Heading Home

(Special note:  Thank you, thank you!  As I write this, Old World Murder and The Heirloom Murders are ranked in the top 1% of the 8 million books that Amazons tracks, and for the last 3 weeks OWM has been in the top 50 on Amazon’s Best Selling Mysteries list.  The Kindle download of Old World Murder will be available for the special price of $1.99 through the end of January.)

The first novel I ever wrote, The Other Side of the Line, was set during the American Civil War. I was fifteen, growing up in the border state of Maryland, and already long fascinated by the difficult complexities citizens faced during those turbulent years. (That novel, thank goodness, was never published.)

That's me in the '70s, looking over Harpers Ferry from the lookout spot on Maryland Heights.

I spent summers in Frederick and Washington Counties. While attending and later working for a summer camp I canoed Antietam Creek, hiked to Harpers Ferry National Historical Park, and tramped over the rolling fields of Antietam National Battlefield. In the 1970s and early 1980s, most attention was focused on the military campaigns that raged through those places.  I found myself staring at the beautiful old homes that pre-dated the war and wondering, What happened to the people who lived there? What did civilians experience during the war?

The Piper Farm, Antietam National Battlefield

Those questions stayed with me when I moved to Wisconsin in 1982, and I started digging to find the answers. Twelve years later, I received a contract for Too Afraid To Cry:  Civilians in the Antietam Campaign.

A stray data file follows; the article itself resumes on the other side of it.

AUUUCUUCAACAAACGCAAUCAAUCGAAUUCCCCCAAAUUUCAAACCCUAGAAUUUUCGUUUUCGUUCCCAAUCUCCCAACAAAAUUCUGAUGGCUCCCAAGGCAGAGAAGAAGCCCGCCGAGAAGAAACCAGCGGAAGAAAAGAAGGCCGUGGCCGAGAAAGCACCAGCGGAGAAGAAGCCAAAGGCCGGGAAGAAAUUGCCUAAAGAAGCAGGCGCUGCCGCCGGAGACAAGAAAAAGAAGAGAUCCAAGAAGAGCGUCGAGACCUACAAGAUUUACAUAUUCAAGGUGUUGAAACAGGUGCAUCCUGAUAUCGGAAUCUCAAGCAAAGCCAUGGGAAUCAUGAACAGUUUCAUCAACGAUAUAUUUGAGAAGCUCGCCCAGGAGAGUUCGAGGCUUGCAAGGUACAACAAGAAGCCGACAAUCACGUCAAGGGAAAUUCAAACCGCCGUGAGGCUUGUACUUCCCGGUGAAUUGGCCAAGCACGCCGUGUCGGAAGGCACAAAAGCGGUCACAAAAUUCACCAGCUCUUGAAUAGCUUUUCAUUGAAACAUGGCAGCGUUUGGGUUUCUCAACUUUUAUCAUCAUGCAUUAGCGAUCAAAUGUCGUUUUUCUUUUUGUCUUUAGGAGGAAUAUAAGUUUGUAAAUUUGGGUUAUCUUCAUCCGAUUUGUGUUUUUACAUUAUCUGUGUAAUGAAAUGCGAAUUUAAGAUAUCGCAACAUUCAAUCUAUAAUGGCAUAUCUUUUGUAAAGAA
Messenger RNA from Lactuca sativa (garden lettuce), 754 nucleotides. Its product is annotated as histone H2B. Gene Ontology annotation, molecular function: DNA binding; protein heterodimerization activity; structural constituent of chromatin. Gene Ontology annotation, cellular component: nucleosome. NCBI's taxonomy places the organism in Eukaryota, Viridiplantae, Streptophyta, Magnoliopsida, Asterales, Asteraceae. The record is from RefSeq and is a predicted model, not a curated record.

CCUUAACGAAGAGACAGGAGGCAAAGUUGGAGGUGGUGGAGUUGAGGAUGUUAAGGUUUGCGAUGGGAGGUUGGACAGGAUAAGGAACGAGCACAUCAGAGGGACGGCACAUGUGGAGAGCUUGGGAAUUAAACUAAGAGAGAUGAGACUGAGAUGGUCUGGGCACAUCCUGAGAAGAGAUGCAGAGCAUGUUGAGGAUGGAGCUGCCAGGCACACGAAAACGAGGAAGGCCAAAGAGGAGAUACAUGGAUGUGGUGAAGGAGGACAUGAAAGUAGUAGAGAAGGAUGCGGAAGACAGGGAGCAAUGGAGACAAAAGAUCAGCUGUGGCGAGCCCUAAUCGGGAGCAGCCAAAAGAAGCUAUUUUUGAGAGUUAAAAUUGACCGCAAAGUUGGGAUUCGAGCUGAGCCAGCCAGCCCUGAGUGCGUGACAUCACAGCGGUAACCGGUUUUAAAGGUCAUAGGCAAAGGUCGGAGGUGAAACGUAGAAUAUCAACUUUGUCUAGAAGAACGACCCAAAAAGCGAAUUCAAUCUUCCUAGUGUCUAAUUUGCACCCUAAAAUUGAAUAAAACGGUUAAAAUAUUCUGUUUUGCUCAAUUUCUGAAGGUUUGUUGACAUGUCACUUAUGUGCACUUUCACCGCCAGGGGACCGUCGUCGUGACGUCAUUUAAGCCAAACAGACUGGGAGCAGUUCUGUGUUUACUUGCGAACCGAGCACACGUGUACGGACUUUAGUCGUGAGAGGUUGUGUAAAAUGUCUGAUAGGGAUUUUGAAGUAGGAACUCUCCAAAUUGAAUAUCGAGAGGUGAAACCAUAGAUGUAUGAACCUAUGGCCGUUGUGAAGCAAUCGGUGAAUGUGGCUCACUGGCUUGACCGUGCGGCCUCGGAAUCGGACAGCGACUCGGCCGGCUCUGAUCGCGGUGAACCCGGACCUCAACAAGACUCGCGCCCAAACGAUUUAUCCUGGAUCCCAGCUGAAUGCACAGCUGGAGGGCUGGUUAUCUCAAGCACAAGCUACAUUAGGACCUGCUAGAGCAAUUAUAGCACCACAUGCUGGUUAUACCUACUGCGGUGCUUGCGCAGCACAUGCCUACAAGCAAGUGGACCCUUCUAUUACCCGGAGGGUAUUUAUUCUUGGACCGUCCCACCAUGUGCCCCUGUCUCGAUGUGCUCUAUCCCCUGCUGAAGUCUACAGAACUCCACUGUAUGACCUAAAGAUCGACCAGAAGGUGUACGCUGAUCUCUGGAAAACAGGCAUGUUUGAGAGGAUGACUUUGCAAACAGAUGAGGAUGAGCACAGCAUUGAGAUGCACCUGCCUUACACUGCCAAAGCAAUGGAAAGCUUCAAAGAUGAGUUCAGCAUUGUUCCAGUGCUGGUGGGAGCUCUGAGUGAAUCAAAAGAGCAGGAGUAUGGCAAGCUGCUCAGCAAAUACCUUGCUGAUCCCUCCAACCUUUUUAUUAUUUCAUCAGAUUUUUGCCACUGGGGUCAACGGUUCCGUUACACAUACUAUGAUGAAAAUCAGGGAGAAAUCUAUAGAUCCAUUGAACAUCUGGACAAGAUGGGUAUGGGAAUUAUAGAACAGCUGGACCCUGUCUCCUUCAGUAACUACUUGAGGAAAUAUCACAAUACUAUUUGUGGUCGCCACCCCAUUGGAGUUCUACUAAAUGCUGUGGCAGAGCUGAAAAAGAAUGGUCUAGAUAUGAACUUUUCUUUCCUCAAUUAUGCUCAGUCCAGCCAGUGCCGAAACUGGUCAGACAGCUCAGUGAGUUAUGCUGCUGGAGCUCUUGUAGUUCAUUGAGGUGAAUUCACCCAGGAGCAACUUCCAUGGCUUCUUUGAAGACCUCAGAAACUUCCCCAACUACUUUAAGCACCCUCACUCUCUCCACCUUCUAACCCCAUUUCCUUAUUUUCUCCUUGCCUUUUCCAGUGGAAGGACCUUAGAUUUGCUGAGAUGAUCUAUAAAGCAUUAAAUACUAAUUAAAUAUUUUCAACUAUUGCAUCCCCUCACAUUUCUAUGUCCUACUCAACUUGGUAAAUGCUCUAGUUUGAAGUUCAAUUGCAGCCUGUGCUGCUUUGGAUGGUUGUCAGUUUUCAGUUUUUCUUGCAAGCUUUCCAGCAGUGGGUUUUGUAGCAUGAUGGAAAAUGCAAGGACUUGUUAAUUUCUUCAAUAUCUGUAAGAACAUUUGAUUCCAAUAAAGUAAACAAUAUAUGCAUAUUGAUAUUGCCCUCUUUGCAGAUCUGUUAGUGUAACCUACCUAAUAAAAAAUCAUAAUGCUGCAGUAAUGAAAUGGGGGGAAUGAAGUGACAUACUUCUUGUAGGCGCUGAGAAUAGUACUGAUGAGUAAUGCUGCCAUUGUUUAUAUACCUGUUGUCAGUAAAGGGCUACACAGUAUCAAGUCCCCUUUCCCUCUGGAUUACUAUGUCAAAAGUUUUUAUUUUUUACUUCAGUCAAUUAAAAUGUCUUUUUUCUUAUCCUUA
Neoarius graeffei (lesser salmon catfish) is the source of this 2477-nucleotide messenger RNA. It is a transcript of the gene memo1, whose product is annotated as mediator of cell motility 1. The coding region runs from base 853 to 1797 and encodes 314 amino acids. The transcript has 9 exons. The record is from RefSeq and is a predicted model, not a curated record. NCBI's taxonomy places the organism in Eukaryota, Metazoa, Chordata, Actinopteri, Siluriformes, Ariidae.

This was a from-the-heart project.

The research done for that nonfiction book led to my first three published novels, The Night Riders of Harpers Ferry, The Bravest Girl in Sharpsburg, and Retreat From Gettysburg.

The war-time exploits of Theresa Kretzer, who lived in this private home in Sharpsburg, MD, provided inspiration for my second book, The Bravest Girl in Sharpsburg.

I later published two more Civil War novels but as my career developed, I moved in new directions.  My most recent historical mysteries for young readers, published by American Girl, have let me delve into a variety of eras and places. My Chloe Ellefson mysteries for adults focus—so far—on Wisconsin history. I do love plunging into new themes and settings!

Thirteen years have passed since Too Afraid to Cry was published. This September, however, marks the 150th anniversary of the Battle of Antietam. Next week I’ll be flying to Maryland to be interviewed for a documentary Maryland Public Television is producing to commemorate the event.  That’s prompted me to revisit the stories I found so compelling way back when.

The Pry House, Antietam National Battlefield

It’s also reminded me that the trajectory of my writing career can be traced back to those days when I wandered through Western Maryland, intrigued by the power of battlefield landscapes. The old houses that remain stand as silent tribute to what everyday people—those who didn’t choose to go to war, but instead had war descend on them—once endured.  I’m grateful to the MPT producers who’ve given me this opportunity to return home, in more ways than one.

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2 Responses to “Heading Home”

  1. Arletta Dawdy's Blog Says:

    This is a lovely example of coming full circle. Congrats, Katheen, that MPT sought you out as a resource for their feature..they’re very wise in their choice of you. Have fun.
    Arletta

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